This blog series is a part of the write-up assignments of our Game Engineering II class in the Master of Entertainment Arts & Engineering program at University of Utah.

The main purpose of this assignment is to move the responsibilities of creating and being in charge of the meshes, effects from our Graphics system to our Game class. There, the data being rendered is now no longer the Graphics own concern but being submitted by our game logic through some functions.

The first thing that we need to do is to add reference counting to our mesh and effect classes and remove the ownership of them from all systems. To achieve this, they need to be dynamically allocated instead of just being allocated on the stack. We created static factory functions, which will create a new pointer to a mesh/effect after it is successfully initialized. Also, we moved the initialization function and constructor/destructor to private,  and delete the copy/move constructors and assign operators, making it very clear that any user can only create new meshes and effects through the factory function.

After our Game created some meshes and effects, they can be submitted to our Graphics system in pairs to be rendered later. The background color can also be submitted in a similar way.

SubmitMesfEffectPAir

SubmitBGColor

Right now, we are running two threads at the same time, one for Game and one for Graphics, so we need two instances of a struct (let’s call these buckets) inside Graphics that caches all the information needed to render a frame.

When the game loop is running is deciding which to render in frame N, the game is filling up bucket A by submitting stuff to Graphics. At the same time, our Graphics system is rendering the stuff inside bucket Bwhich contains the information of frame N-1 that was submitted by the game loop a while ago. After our graphics finish rendering bucket B, it cleans up bucket B, and swap the two buckets. Now, Graphics is gonna start rendering the stuff in bucket A, and let the Game fill up bucket B!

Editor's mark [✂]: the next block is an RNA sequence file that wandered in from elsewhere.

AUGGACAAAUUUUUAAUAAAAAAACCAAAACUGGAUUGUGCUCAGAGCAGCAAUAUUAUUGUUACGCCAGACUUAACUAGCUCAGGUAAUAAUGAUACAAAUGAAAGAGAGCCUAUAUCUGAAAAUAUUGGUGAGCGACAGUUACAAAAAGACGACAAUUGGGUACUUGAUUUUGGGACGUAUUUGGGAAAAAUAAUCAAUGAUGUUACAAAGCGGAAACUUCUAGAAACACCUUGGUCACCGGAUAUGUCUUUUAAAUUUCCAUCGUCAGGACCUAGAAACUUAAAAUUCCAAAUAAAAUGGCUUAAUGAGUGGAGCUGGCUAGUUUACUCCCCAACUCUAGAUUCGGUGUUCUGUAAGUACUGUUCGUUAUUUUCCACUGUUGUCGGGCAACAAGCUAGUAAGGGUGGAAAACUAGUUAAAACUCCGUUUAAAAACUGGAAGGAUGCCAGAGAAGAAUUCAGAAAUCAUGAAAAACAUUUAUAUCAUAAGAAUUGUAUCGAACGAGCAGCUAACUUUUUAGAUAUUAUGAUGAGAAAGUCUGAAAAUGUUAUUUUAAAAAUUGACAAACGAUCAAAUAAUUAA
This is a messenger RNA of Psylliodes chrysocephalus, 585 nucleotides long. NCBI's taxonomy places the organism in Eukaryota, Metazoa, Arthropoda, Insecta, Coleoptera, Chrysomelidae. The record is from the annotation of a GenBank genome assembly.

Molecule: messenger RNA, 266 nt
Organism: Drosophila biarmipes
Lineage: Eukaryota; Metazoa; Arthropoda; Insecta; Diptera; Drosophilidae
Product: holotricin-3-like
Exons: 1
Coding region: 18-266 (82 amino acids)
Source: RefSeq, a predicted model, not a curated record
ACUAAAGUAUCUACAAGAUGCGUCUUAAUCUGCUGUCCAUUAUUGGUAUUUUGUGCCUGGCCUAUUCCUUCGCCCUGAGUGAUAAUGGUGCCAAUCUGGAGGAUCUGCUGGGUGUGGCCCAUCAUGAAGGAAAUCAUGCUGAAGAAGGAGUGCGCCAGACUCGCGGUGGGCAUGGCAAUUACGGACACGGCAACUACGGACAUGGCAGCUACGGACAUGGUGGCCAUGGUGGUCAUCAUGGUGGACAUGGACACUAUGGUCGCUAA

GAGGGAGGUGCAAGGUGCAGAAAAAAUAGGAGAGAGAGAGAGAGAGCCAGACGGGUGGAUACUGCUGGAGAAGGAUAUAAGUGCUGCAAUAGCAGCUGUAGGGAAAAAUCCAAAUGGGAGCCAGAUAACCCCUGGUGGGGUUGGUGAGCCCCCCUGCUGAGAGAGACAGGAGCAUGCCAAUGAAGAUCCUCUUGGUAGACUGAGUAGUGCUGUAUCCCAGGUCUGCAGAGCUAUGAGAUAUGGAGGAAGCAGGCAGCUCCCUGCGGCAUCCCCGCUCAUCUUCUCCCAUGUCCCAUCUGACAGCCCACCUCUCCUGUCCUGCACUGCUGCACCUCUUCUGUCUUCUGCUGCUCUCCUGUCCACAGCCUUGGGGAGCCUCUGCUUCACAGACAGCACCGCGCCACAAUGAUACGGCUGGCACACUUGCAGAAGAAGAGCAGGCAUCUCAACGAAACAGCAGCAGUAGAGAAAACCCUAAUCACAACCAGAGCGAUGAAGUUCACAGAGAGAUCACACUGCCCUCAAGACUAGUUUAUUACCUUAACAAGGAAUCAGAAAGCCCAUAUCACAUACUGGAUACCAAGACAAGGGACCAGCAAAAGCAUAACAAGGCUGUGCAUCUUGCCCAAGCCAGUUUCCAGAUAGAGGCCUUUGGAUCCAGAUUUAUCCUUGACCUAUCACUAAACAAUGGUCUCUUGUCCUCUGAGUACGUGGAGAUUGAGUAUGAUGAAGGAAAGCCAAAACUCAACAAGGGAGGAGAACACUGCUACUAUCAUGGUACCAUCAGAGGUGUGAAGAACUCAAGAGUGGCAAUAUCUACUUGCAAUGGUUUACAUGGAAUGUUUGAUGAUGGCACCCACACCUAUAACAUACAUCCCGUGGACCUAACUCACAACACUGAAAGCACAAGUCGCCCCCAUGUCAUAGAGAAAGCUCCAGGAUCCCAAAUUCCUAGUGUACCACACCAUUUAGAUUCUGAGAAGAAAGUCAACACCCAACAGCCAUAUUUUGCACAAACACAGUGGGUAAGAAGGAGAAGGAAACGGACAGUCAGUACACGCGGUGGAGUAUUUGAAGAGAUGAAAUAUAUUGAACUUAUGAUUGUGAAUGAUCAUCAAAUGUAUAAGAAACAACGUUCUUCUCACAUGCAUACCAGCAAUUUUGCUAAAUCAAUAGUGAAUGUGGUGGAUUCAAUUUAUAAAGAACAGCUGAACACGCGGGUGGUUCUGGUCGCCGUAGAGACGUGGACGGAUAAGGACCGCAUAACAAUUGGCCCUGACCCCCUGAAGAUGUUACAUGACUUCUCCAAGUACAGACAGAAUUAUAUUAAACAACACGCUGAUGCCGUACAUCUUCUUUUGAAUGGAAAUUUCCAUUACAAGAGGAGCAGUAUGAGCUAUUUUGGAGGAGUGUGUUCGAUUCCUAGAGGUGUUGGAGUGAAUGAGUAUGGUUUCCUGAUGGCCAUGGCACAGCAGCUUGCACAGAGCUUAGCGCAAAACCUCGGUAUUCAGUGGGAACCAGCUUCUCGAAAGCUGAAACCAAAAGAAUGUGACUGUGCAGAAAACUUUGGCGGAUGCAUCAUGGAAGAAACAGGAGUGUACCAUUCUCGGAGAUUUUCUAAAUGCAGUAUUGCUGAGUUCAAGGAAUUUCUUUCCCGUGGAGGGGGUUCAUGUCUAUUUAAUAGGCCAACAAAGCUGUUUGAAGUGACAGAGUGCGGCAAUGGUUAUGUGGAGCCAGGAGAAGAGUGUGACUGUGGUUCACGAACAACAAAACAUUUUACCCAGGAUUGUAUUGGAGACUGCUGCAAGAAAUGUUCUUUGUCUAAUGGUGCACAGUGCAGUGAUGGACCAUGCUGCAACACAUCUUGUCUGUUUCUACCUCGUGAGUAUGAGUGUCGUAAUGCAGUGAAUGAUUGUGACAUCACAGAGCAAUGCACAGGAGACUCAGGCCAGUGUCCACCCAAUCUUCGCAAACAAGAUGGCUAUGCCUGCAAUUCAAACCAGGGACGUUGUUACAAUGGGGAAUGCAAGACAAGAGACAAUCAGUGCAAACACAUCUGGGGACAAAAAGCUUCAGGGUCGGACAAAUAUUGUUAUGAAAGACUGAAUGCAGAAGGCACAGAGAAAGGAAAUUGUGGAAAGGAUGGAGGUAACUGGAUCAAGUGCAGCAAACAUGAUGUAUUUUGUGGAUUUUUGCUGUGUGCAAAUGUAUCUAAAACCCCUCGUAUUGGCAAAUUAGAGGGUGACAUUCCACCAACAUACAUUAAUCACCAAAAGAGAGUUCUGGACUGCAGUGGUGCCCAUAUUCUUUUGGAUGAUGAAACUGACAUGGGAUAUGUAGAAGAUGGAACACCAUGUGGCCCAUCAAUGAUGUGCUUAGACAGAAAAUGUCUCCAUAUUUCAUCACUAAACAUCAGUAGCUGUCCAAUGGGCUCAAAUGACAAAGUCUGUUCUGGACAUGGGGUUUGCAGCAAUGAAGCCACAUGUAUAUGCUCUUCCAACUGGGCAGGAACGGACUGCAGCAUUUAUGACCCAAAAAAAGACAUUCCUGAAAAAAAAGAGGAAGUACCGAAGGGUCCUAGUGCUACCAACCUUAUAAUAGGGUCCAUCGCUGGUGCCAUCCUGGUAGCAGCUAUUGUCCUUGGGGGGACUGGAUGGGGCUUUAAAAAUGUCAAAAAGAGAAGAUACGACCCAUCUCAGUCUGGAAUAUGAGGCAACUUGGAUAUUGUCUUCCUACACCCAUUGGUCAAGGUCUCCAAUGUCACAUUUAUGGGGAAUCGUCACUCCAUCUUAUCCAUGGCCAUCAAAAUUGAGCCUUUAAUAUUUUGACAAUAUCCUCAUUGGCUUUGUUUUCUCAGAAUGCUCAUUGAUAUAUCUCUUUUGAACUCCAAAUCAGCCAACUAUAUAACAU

If Graphics renders everything that the game submits immediately, then Graphics will be constantly waiting for Game to submit data, this will tightly couple our Graphics and Game system and can lead to a lot of time getting wasted. It might run fine if both parts are doing their work perfectly. But by separating them from each other, we can get a more steady system. Even though this means that what we’re displaying on screen is the information from the previous frame.

Results

Program_DefaultState.PNG

(two meshes with two effects submitted by Game)

Program_OneMeshMissing.PNG

(Holding “Z” down to make on mesh disappear)

Program_ChangeEffect.PNG

(Holding “X” down to let both meshes use the same effect)

Memory Usage

After adding reference counting to our classes, we need to check the memory usage again.

Mesh

x86 (OpenGL): 20 Bytes

x64 (D3D): 32 Bytes